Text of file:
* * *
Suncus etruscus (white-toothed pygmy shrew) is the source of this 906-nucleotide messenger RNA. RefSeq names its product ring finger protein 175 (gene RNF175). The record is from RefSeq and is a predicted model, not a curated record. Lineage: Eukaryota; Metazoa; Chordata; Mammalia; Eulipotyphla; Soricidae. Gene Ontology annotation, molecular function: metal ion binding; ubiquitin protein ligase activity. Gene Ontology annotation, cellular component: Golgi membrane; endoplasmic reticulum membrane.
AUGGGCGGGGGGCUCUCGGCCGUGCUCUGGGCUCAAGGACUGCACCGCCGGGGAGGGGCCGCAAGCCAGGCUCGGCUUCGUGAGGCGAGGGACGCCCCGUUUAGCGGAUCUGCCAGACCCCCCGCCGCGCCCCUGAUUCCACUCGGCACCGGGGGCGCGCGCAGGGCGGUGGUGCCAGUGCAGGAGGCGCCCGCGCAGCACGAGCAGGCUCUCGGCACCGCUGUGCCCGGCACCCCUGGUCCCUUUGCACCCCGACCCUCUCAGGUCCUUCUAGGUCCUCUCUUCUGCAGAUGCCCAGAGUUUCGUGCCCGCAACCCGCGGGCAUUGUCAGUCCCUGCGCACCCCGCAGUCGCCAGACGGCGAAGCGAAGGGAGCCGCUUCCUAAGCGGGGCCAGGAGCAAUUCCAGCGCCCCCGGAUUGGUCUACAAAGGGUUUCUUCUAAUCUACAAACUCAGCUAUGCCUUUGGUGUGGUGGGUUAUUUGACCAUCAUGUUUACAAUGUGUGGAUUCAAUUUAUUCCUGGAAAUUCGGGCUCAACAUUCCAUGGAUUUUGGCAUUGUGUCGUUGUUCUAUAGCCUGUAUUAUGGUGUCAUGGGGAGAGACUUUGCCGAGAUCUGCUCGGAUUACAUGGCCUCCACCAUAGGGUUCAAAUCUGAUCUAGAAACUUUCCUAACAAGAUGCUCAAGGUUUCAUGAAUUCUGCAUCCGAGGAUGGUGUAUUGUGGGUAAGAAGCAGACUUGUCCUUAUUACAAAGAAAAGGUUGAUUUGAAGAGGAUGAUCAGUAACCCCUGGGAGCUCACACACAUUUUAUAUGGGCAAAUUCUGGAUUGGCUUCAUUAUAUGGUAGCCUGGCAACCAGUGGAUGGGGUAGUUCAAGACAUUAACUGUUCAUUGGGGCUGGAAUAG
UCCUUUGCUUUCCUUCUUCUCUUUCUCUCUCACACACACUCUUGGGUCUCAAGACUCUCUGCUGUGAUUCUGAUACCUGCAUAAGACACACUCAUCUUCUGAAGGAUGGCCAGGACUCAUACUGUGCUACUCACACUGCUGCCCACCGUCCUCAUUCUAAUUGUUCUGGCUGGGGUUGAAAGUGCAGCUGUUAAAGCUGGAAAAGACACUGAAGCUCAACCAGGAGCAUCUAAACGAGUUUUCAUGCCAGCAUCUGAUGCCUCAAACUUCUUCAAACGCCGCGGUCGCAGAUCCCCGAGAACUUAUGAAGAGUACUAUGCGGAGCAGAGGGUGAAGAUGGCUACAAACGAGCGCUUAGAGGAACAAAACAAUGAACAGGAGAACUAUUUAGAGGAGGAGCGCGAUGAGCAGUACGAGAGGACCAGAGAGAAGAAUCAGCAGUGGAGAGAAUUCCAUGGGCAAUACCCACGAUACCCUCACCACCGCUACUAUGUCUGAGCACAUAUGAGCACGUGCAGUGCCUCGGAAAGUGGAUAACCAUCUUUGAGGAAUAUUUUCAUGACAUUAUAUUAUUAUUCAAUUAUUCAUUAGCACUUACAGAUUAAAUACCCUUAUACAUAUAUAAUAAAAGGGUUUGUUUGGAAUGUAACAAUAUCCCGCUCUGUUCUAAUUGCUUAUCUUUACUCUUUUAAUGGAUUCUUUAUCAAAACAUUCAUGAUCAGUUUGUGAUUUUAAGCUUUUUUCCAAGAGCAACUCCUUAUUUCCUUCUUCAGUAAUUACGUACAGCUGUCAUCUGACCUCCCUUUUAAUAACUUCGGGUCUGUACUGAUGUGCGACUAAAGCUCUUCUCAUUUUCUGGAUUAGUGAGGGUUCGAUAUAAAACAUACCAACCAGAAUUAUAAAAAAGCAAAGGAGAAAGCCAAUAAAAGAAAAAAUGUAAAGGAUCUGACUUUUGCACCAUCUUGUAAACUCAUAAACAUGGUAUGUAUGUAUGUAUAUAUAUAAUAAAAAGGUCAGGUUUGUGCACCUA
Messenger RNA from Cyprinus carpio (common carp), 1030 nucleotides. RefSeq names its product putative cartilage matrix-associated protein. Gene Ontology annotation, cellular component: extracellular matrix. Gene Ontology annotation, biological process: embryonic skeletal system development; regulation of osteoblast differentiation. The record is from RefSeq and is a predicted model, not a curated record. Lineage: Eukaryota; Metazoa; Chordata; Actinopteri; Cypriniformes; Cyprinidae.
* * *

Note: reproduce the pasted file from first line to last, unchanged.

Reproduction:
Suncus etruscus (white-toothed pygmy shrew) is the source of this 906-nucleotide messenger RNA. RefSeq names its product ring finger protein 175 (gene RNF175). The record is from RefSeq and is a predicted model, not a curated record. Lineage: Eukaryota; Metazoa; Chordata; Mammalia; Eulipotyphla; Soricidae. Gene Ontology annotation, molecular function: metal ion binding; ubiquitin protein ligase activity. Gene Ontology annotation, cellular component: Golgi membrane; endoplasmic reticulum membrane.
AUGGGCGGGGGGCUCUCGGCCGUGCUCUGGGCUCAAGGACUGCACCGCCGGGGAGGGGCCGCAAGCCAGGCUCGGCUUCGUGAGGCGAGGGACGCCCCGUUUAGCGGAUCUGCCAGACCCCCCGCCGCGCCCCUGAUUCCACUCGGCACCGGGGGCGCGCGCAGGGCGGUGGUGCCAGUGCAGGAGGCGCCCGCGCAGCACGAGCAGGCUCUCGGCACCGCUGUGCCCGGCACCCCUGGUCCCUUUGCACCCCGACCCUCUCAGGUCCUUCUAGGUCCUCUCUUCUGCAGAUGCCCAGAGUUUCGUGCCCGCAACCCGCGGGCAUUGUCAGUCCCUGCGCACCCCGCAGUCGCCAGACGGCGAAGCGAAGGGAGCCGCUUCCUAAGCGGGGCCAGGAGCAAUUCCAGCGCCCCCGGAUUGGUCUACAAAGGGUUUCUUCUAAUCUACAAACUCAGCUAUGCCUUUGGUGUGGUGGGUUAUUUGACCAUCAUGUUUACAAUGUGUGGAUUCAAUUUAUUCCUGGAAAUUCGGGCUCAACAUUCCAUGGAUUUUGGCAUUGUGUCGUUGUUCUAUAGCCUGUAUUAUGGUGUCAUGGGGAGAGACUUUGCCGAGAUCUGCUCGGAUUACAUGGCCUCCACCAUAGGGUUCAAAUCUGAUCUAGAAACUUUCCUAACAAGAUGCUCAAGGUUUCAUGAAUUCUGCAUCCGAGGAUGGUGUAUUGUGGGUAAGAAGCAGACUUGUCCUUAUUACAAAGAAAAGGUUGAUUUGAAGAGGAUGAUCAGUAACCCCUGGGAGCUCACACACAUUUUAUAUGGGCAAAUUCUGGAUUGGCUUCAUUAUAUGGUAGCCUGGCAACCAGUGGAUGGGGUAGUUCAAGACAUUAACUGUUCAUUGGGGCUGGAAUAG
UCCUUUGCUUUCCUUCUUCUCUUUCUCUCUCACACACACUCUUGGGUCUCAAGACUCUCUGCUGUGAUUCUGAUACCUGCAUAAGACACACUCAUCUUCUGAAGGAUGGCCAGGACUCAUACUGUGCUACUCACACUGCUGCCCACCGUCCUCAUUCUAAUUGUUCUGGCUGGGGUUGAAAGUGCAGCUGUUAAAGCUGGAAAAGACACUGAAGCUCAACCAGGAGCAUCUAAACGAGUUUUCAUGCCAGCAUCUGAUGCCUCAAACUUCUUCAAACGCCGCGGUCGCAGAUCCCCGAGAACUUAUGAAGAGUACUAUGCGGAGCAGAGGGUGAAGAUGGCUACAAACGAGCGCUUAGAGGAACAAAACAAUGAACAGGAGAACUAUUUAGAGGAGGAGCGCGAUGAGCAGUACGAGAGGACCAGAGAGAAGAAUCAGCAGUGGAGAGAAUUCCAUGGGCAAUACCCACGAUACCCUCACCACCGCUACUAUGUCUGAGCACAUAUGAGCACGUGCAGUGCCUCGGAAAGUGGAUAACCAUCUUUGAGGAAUAUUUUCAUGACAUUAUAUUAUUAUUCAAUUAUUCAUUAGCACUUACAGAUUAAAUACCCUUAUACAUAUAUAAUAAAAGGGUUUGUUUGGAAUGUAACAAUAUCCCGCUCUGUUCUAAUUGCUUAUCUUUACUCUUUUAAUGGAUUCUUUAUCAAAACAUUCAUGAUCAGUUUGUGAUUUUAAGCUUUUUUCCAAGAGCAACUCCUUAUUUCCUUCUUCAGUAAUUACGUACAGCUGUCAUCUGACCUCCCUUUUAAUAACUUCGGGUCUGUACUGAUGUGCGACUAAAGCUCUUCUCAUUUUCUGGAUUAGUGAGGGUUCGAUAUAAAACAUACCAACCAGAAUUAUAAAAAAGCAAAGGAGAAAGCCAAUAAAAGAAAAAAUGUAAAGGAUCUGACUUUUGCACCAUCUUGUAAACUCAUAAACAUGGUAUGUAUGUAUGUAUAUAUAUAAUAAAAAGGUCAGGUUUGUGCACCUA
Messenger RNA from Cyprinus carpio (common carp), 1030 nucleotides. RefSeq names its product putative cartilage matrix-associated protein. Gene Ontology annotation, cellular component: extracellular matrix. Gene Ontology annotation, biological process: embryonic skeletal system development; regulation of osteoblast differentiation. The record is from RefSeq and is a predicted model, not a curated record. Lineage: Eukaryota; Metazoa; Chordata; Actinopteri; Cypriniformes; Cyprinidae.